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Issue 10 Cover

Cosmic Search: Issue 10
(Volume 3 Number 2; Spring (Apr., May, June) 1981)
[Miscellaneous items found throughout the magazine]

Miscellaneous Items
Webpage Table of Contents (Bookmarks)
(Internal links to categories of items in this webpage)


Information About the Publication
(Editorial Board, Editors, Table of Contents)

Graphic of Cosmic Search Logo

Editors, and Others Involved in the Publication

Editor: John Kraus, Director, Ohio State University Radio Observatory.

Co-Editor: Robert S. Dixon, Assistant Director, Ohio State University Radio Observatory

Assistants: Alice Kraus, Amahl Drake, Pene Curmode, Hazel Snyder

Staff Artist: Jim Arthur

Editorial Board

  • Richard Berendzen, President, The American University
  • John Billingham, Director SETI Program, NASA-AMES Research Center
  • Ronald Bracewell, Director, Radio Astronomy Observatory, Stanford University
  • Arthur C. Clarke, Sri Lanka, author of "2001, A Space Odyssey"
  • Norman Cousins, Chairman, Editorial Board, SATURDAY REVIEW
  • Frank D. Drake, Director, National Astronomy and Ionosphere Center (Arecibo), Cornell University
  • Donald S. Hall, Director, Strasenburgh Planetarium, Rochester, New York; Past President, International Planetarium Society
  • Theodore M. Hesburgh, President, University of Notre Dame
  • Nikolai Kardashev, Space Research Institute, Academy of Sciences, Moscow, USSR
  • Philip Morrison, Physics Department, Massachusetts Institute of Technology
  • Bernard Oliver, Vice President, Hewlett-Packard Company; Director of NASA-Ames Cyclops Project
  • Cyril Ponnamperuma, Director, Laboratory of Chemical Evolution, University of Maryland
  • Martin Rees, Director, Institute of Astronomy, Cambridge University, England
  • Carl Sagan, Director, Laboratory for Planetary Studies, Cornell University
  • Walter Sullivan, Science Editor, New York Times
  • Vasevolod R. Troitsky, Radiophysical Scientific Research Institute, Gorky, USSR
  • Sebastian von Hoerner, National Radio Astronomy Observatory

About COSMIC SEARCH

COSMIC SEARCH is published quarterly (Winter, Spring, Summer, Fall) by Cosmic-Quest, Inc. Copyright © 1980 by Cosmic-Quest, Inc. All rights reserved. Cosmic Quest, Inc., is a non-profit educational-scientific organization.

Opinions expressed by persons writing in COSMIC SEARCH are their own and do not necessarily reflect the opinions of the editorial staff.

Subscription price: $10 for 4 issues in U.S. (and possessions), $13 elsewhere. Single copies: $2.50 in U.S. (and possessions), $3 elsewhere.

Address subscriptions and all other correspondence to: Radio Observatory, Box 293, Delaware, Ohio 43015.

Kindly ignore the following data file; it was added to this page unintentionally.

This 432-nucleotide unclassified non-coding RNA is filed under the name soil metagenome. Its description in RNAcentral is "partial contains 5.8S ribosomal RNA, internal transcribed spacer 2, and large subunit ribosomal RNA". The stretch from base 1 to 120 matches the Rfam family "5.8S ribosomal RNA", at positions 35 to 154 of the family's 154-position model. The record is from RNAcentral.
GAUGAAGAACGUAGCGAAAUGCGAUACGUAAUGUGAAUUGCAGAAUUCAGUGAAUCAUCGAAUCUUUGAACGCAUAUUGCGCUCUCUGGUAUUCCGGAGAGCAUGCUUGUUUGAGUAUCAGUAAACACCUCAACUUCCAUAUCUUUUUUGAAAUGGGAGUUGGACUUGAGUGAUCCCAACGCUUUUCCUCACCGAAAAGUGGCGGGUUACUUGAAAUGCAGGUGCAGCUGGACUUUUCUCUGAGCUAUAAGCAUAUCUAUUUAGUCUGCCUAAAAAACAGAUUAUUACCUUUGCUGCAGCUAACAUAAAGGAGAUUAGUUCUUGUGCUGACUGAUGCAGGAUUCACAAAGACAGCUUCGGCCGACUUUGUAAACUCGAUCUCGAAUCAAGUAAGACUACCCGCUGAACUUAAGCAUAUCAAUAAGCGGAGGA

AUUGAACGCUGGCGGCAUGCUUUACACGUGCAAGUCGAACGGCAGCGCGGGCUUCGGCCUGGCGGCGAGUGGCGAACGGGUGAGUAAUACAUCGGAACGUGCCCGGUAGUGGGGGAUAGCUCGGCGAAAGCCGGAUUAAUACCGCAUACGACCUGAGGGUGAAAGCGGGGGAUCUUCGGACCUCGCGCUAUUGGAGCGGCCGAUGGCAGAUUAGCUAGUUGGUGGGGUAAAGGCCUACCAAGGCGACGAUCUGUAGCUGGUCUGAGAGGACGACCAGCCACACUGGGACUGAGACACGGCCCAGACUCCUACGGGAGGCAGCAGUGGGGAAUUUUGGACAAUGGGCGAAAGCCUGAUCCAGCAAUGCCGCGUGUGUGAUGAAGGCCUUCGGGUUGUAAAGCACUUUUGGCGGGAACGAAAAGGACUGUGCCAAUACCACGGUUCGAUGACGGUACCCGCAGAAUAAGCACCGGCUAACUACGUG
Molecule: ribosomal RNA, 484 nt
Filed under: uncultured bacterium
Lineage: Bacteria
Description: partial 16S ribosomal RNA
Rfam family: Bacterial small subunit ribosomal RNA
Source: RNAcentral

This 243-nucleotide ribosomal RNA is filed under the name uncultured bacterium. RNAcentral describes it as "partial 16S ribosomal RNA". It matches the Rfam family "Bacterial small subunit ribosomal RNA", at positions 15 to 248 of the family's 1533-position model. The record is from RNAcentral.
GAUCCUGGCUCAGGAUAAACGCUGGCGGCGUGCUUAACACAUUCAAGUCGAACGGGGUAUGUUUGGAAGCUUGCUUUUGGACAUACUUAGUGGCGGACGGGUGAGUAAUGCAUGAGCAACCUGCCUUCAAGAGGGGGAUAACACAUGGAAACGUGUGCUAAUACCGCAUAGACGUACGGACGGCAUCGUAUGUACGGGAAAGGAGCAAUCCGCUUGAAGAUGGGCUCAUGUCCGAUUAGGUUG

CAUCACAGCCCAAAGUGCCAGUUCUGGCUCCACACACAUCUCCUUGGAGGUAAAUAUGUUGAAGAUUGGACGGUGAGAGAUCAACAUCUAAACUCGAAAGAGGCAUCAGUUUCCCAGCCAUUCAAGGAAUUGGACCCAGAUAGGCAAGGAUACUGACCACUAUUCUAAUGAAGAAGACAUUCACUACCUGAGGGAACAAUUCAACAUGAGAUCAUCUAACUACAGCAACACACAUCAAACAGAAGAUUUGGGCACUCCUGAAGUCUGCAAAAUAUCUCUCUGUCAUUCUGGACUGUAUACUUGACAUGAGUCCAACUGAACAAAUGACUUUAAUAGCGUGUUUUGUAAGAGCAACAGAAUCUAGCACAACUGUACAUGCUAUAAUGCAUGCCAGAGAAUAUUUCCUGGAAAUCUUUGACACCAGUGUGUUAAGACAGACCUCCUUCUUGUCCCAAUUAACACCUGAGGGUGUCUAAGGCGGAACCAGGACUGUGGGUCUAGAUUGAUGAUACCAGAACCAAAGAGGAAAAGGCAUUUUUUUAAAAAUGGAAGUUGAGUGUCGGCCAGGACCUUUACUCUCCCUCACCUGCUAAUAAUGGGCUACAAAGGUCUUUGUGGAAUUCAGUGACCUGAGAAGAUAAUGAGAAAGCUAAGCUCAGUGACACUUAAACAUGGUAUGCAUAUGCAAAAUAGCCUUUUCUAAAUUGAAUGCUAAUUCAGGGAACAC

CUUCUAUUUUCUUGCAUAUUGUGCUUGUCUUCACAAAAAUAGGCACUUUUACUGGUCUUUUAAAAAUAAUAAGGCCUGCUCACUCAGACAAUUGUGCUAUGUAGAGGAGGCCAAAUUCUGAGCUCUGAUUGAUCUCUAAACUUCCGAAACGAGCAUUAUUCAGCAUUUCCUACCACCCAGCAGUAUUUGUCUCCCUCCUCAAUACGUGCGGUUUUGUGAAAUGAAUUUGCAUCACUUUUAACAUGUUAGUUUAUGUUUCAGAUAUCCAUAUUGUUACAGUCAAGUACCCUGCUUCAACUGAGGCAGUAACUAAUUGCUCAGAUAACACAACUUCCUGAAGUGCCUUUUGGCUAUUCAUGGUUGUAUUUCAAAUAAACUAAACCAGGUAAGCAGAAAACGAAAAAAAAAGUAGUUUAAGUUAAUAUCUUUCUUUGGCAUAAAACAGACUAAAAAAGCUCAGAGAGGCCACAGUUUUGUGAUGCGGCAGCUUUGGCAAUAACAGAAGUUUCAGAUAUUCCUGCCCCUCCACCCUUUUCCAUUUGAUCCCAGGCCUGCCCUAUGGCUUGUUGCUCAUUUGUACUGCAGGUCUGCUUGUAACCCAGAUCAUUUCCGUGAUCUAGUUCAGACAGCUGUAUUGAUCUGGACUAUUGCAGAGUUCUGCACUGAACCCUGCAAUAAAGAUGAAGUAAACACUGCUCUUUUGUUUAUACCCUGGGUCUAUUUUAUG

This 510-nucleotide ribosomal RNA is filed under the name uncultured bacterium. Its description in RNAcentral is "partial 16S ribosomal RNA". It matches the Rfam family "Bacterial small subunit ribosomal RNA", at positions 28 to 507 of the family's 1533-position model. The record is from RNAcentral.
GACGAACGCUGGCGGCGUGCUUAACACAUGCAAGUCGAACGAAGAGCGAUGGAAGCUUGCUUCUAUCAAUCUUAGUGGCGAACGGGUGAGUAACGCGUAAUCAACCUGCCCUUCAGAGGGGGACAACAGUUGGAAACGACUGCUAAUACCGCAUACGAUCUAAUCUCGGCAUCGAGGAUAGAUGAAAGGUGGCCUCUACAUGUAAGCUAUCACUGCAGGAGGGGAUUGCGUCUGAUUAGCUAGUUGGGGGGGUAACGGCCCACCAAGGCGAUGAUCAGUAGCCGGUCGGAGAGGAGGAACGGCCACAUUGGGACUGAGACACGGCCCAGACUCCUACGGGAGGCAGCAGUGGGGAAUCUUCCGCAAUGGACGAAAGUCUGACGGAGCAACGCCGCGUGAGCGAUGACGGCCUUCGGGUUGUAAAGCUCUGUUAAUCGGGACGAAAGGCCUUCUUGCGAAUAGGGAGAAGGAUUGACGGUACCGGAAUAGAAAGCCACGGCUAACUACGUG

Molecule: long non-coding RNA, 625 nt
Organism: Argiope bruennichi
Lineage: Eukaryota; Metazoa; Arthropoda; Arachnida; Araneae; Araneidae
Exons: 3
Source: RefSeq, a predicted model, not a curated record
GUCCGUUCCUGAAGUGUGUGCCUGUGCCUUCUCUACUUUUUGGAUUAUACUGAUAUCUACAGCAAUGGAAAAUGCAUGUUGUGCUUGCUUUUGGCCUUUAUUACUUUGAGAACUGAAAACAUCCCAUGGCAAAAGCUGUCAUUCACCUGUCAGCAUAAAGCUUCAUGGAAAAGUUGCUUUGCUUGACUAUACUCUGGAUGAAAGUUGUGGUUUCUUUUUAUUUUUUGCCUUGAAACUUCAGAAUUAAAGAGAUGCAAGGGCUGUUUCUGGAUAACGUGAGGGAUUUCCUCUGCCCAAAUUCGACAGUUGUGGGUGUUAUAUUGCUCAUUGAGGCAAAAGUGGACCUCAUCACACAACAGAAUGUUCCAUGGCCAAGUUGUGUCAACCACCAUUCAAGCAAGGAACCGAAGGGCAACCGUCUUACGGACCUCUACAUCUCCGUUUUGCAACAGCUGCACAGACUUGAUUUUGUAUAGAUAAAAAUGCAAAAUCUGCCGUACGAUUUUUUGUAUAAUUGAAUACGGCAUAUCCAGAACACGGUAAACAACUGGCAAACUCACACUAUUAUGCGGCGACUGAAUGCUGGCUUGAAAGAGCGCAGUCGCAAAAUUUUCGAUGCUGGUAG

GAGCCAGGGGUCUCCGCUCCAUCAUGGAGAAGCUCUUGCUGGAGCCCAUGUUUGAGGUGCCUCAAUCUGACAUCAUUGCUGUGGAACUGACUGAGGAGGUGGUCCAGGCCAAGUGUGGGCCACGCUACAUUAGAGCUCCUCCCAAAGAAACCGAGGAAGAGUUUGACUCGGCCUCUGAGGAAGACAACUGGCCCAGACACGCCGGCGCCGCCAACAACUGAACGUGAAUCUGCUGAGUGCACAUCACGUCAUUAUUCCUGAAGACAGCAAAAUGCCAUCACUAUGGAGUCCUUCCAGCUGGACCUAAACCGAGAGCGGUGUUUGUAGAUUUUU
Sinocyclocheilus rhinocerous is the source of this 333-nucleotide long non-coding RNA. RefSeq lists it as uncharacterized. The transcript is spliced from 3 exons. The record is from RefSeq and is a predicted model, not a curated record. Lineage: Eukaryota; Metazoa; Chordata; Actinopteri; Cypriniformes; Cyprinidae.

Second-class postage is paid at Delaware, Ohio, and at additional mailing offices.

Note to subscribers: The last digits of the top line of your address label indicate the last issue of your subscription.

The name COSMIC SEARCH is a registered trademark.

Front Cover

The Space Telescope (Photo courtesy NASA). See page 18 (the article entitled "People").

Front Cover Image

Table of Contents (in magazine)

ContentsPg
Space Travel and Life Beyond the Earth
by E.J. Öpik
2
On Intelligence: A Wave of the Past and Future
by Frank D. Drake
5
What Makes Atoms Tick?
by Earle Holland
6
The Next Best Thing to Being There
by William R. Dodson
10
The Nature of Extraterrestrial Communication
by Robert E. Kuttner
20
Intra-terrestrial Intelligence
by W.A. Rhodes
22
Features 
   Editorial24
   College Courses9
   Puzzle12
   Donors12
   The Sentinel13
   ABCs of Space14
   People18
   In Search of Planets19
   Perpetual Index8
   In Review17
   Order Blank9
   Letters12

Photo Credits:

Henrietta Leavitt (Shopley, Harlow, "Through Rugged Ways to the Stars," N.Y., Charles Scribner's Sons, 1969). Harlow Shapley (American Institute of Physics. Niels Bohr Library. Shopley Collection).

THANK YOU!

COSMIC SEARCH expresses sincere thanks to the following donors who are helping to make sure that the story of SETI and mankind's future continue to be told in an interesting and factual way.

     Planetary Donors
Robert J. Allen, Blythdale, Missouri
George Austin, M.D., Loma Linda, Cal.
Jane L. Brooks, Adelaide, S. Australia
Vera Buescher, Mountain View, Cal.
Jack Craig, Oregon City, Oregon
William E. Dorion, McLean, Virginia
Amahl S. Drake, Ithaca, New York
Harry Duke, Los Altos, Cal.
Nancy F. Eberbach, Ann Arbor, Mich.
Hale P. Faris, San Jose, Cal.
B. Fredricksen, White Bear Lake, Minn.
Richard and Maria Gauthier, North Bay, Ontario
Paul J. Hurn, Seven Mile, Ohio
James C. Killman, Sherman, Texas
David M. Laida, Sierra Vista, Arizona
Nelson Lecklikner, Novata, Cal.
John L. Mohr, San Antonio, Texas
Arthur J. Morgan, New York, N. Y.
A. V. Shaver, Winchester, Virginia
Paul Simmons, Sheboygan, Wis.
Eric W. Six, Iowa City, Iowa
John B. Theiss, Tucson, Arizona